Also in the car, according to Leone, was a buck knife and a 5-gallon container of gasoline.

Leone said Howell was a flight risk, since he did not appear to be a California resident and had no known family or other ties to the state.

Investigators view items removed from a car, left, after a heavily armed man was arrested in Santa Monica, Calif., early Sunday, June 12, 2016. The man reportedly told police he was in the area for West Hollywood's huge gay pride parade. Authorities did not know of any connection between the gay nightclub shooting in Orlando, Fla., early Sunday and the Santa Monica arrest.
Investigators view items removed from a car, left, after a heavily armed man was arrested in Santa Monica, Calif., early Sunday, June 12, 2016. The man reportedly told police he was in the area for West Hollywood's huge gay pride parade. Authorities did not know of any connection between the gay nightclub shooting in Orlando, Fla., early Sunday and the Santa Monica arrest.
Reed Saxon/AP

He also noted, as has been reported previously, that Howell had been convicted in Indiana in March of intimidation with a deadly weapon and that he had been ordered to surrender his weapons and prohibited from possessing firearms as a condition of his probation.

Leone said Howell said he left Indiana over concerns of existing or pending criminal charges.

Meanwhile, the Clark County, Indiana, Sheriff’s Office said Tuesday that Howell was also a suspect in an alleged sexual assault on May 31, according to the Associated Press.

A department spokesman declined to release further details, but AP reported the following:

The incident occurred less than two weeks before Howell was arrested Sunday in Santa Monica, California, when police said they found three assault rifles and explosive chemicals in a car apparently driven from Indiana.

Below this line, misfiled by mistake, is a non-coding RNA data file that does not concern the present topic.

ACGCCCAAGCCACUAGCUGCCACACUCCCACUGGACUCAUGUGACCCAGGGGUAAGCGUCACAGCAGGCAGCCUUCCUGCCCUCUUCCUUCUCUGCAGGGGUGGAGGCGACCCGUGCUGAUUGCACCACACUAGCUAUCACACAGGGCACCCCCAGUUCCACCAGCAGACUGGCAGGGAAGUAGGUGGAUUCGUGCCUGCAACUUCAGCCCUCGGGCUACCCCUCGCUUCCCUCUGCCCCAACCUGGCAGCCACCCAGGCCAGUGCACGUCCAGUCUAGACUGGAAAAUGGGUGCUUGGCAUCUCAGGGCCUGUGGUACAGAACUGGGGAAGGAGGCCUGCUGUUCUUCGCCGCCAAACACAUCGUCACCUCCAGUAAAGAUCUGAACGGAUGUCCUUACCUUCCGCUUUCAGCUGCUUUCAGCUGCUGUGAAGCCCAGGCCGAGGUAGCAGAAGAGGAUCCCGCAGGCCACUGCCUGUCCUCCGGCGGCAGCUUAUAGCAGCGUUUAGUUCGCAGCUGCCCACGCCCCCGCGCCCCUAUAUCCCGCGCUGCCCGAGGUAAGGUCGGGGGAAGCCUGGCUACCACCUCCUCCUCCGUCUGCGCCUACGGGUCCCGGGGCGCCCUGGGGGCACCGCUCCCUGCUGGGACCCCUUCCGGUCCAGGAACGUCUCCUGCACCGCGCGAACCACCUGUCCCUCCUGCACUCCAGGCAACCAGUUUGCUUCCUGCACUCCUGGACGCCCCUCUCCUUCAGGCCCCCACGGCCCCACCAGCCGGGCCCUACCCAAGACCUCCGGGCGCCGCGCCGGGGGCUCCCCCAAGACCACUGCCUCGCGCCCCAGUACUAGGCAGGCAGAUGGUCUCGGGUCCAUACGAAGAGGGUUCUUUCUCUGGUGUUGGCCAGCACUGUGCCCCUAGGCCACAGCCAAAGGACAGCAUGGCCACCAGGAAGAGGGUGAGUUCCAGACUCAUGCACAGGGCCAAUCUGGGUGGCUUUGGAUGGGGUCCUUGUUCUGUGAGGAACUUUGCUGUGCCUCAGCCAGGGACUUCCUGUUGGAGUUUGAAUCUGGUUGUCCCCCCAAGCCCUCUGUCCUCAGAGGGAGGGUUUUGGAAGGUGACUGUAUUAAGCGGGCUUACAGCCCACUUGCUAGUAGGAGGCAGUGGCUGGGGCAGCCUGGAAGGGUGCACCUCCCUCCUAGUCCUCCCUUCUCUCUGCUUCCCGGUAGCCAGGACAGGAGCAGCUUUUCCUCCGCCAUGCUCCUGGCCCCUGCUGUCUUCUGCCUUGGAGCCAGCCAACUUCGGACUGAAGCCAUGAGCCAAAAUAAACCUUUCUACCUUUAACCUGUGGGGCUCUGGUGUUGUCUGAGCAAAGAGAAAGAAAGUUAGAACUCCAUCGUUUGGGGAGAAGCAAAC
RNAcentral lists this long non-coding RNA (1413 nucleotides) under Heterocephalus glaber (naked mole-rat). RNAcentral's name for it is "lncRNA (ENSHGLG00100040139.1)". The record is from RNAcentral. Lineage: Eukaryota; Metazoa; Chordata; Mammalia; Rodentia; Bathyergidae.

Indianapolis FBI spokeswoman Wendy Osborne says agents searched Howell’s home Monday night.

A message seeking comment was left for Howell family attorney Bobby Boyd.

Updated 12:52 p.m.: Man to be charged with illegally possessing guns, explosives before LA Pride event 

An Indiana man is due to be arraigned Tuesday afternoon for felony weapons violations after authorities said he was found with three assault rifles and explosive chemicals in his car ahead of West Hollywood's LA Pride Parade and Festival on Sunday.

James Wesley Howell, 20, is scheduled to be arraigned at the Los Angeles County Superior Court's Airport Branch, the District Attorney's Office said in a news release. Prosecutors will be asking a judge for Howell's bail to be set at $2 million.

The District Attorney's Office said it plans to charge Howell with one felony count each of unlawful possession of an assault weapon, possession of a destructive device on a public street, manufacturing or importing large magazine and carrying a loaded firearm in a vehicle.

RELATED: FAQ: The California assault weapons ban

Howell was arrested about 5 a.m. Sunday in the 1700 block of 11th Street, near Olympic Boulevard, by Santa Monica police officers, the District Attorney's office said. Howell was found near his car, which he apparently drove from Indiana, when officers responded to a report of a man knocking on a resident's door and window, the D.A. said.

If convicted, Howell faces up to nine years, eight months in local custody.

The investigation is ongoing.

Federal investigators served a search warrant on Howell's home in Clark County, Indiana, on Monday night, according to the FBI's Los Angeles Field Office, which is conducting a joint investigation with Santa Monica police.

So far no federal charges have been filed, and that investigation continues.

— AP with KPCC staff

7:57 a.m.: Man arrested in LA with guns, chemicals to appear in court